from the abstract:
Longevity risk–the risk of outliving one’s retirement savings–is probably the greatest risk facing current and future retirees in the United States. At present, for example, a 65-year-old man has a 50 percent chance of living to age 82 and a 20 percent chance of living to age 89, and a 65-year-old woman has a 50 percent chance of living to age 85 and a 20 percent chance of living to age 92. The joint life expectancy of a 65-year-old couple is even more remarkable: there is a 50 percent chance that at least one 65-year-old spouse will live to age 88 and a 30 percent chance that at least one will live to 92. In short, many individuals and couples will need to plan for the possibility of retirements that can last for 30 years or more.
One of the best ways to protect against longevity risk is by securing a stream of lifetime income with a traditional defined benefit pension plan or a lifetime annuity. Over the years, however, there has been a decided shift away from traditional pensions and towards defined contribution plans that typically distribute benefits in the form of lump sum distributions rather than as lifetime annuities, and people rarely buy annuities in the retail annuity market. All in all, Americans will have longer and longer retirements, yet fewer and fewer retirees will have secure, lifetime income streams.
There are a variety of ways that the federal government could promote greater annuitization of retirement savings. In particular, government policies could be designed to increase retirement savings, for example, by requiring employers without pension plans to at least offer automatic payroll-deduction IRAs to their employees. The government could also encourage workers to remain in the workforce longer, for example, by increasing the early and normal retirement ages associated with Social Security and pensions. Government policies could also be designed to get workers to preserve their retirement savings until retirement, for example, by discouraging premature pension withdrawals and loans.
The federal government could also do more to promote annuitization. One approach would be for the government to mandate that retirees use at least a portion of their retirement savings to purchase annuities or similar lifetime income guarantees. Alternatively, the government might only want to encourage annuitization. For example, the government could require plan sponsors to include annuities or other lifetime income mechanisms in their investment options and/or in their distribution options. The government could also provide additional tax benefits for individuals who receive income from lifetime annuities and lifetime pensions, for example, by completely exempting lifetime income payments from income taxation or favoring them with a reduced tax rate. The federal government could even get into the market of selling annuities. In any event, the government could make it easier for plan sponsors to offer annuities and deferred income annuities, for example, by letting plan sponsors rely on insurance regulators and industry standards to oversee and monitor annuity providers. The government could also promote better financial education about annuities and other lifetime income options.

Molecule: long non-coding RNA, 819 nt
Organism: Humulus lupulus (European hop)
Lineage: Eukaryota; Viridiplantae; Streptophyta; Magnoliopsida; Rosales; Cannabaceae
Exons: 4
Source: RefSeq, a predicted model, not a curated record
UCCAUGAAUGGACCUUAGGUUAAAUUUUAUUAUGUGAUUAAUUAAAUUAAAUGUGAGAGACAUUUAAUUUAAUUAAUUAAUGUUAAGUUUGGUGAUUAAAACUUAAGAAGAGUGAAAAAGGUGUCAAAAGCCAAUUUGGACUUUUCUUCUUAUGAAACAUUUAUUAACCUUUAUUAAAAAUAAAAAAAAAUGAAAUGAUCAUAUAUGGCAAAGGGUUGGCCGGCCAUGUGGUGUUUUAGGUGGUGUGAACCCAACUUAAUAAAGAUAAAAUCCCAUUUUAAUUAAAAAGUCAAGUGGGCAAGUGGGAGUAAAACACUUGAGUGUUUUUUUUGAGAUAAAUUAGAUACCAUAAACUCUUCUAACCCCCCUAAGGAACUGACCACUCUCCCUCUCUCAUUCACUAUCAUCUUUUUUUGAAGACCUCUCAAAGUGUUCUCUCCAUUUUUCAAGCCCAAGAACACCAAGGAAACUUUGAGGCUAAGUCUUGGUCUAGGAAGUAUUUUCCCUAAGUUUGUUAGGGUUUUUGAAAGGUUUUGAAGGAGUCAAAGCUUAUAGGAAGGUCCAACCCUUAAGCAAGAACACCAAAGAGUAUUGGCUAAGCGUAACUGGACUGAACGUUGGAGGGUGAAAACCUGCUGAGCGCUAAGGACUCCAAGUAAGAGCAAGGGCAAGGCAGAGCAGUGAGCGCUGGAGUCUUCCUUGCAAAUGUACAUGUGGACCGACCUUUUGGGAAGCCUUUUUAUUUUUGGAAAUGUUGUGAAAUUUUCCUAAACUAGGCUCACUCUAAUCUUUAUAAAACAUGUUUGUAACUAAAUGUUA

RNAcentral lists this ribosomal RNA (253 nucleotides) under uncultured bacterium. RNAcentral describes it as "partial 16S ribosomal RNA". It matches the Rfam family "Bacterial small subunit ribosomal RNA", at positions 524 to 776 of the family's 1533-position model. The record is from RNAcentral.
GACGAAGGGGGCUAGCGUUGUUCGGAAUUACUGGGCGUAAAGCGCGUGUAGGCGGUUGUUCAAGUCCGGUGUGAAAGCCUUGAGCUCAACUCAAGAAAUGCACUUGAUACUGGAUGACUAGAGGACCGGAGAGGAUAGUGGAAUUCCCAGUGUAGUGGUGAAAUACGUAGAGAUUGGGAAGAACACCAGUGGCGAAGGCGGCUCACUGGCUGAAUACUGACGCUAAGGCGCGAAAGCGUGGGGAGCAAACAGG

Finally, in addition to promoting annuities, it could make sense to broaden the range of permissible lifetime income products–especially low-cost products that pool risk among participants, as opposed to products that necessitate high premiums to compensate insurance companies for their guarantees and profits. In that regard, for example, TIAA’s College Retirement Equities Fund (CREF) offers a variety of low-cost variable annuities that pool risk among participants. So-called “defined-ambition plans” like those in operation in the Netherlands offer another way to share risk among plan participants.
All in all, modest changes in the laws and regulations governing pensions and annuities could go a long way towards helping to promote secure, lifetime retirement incomes.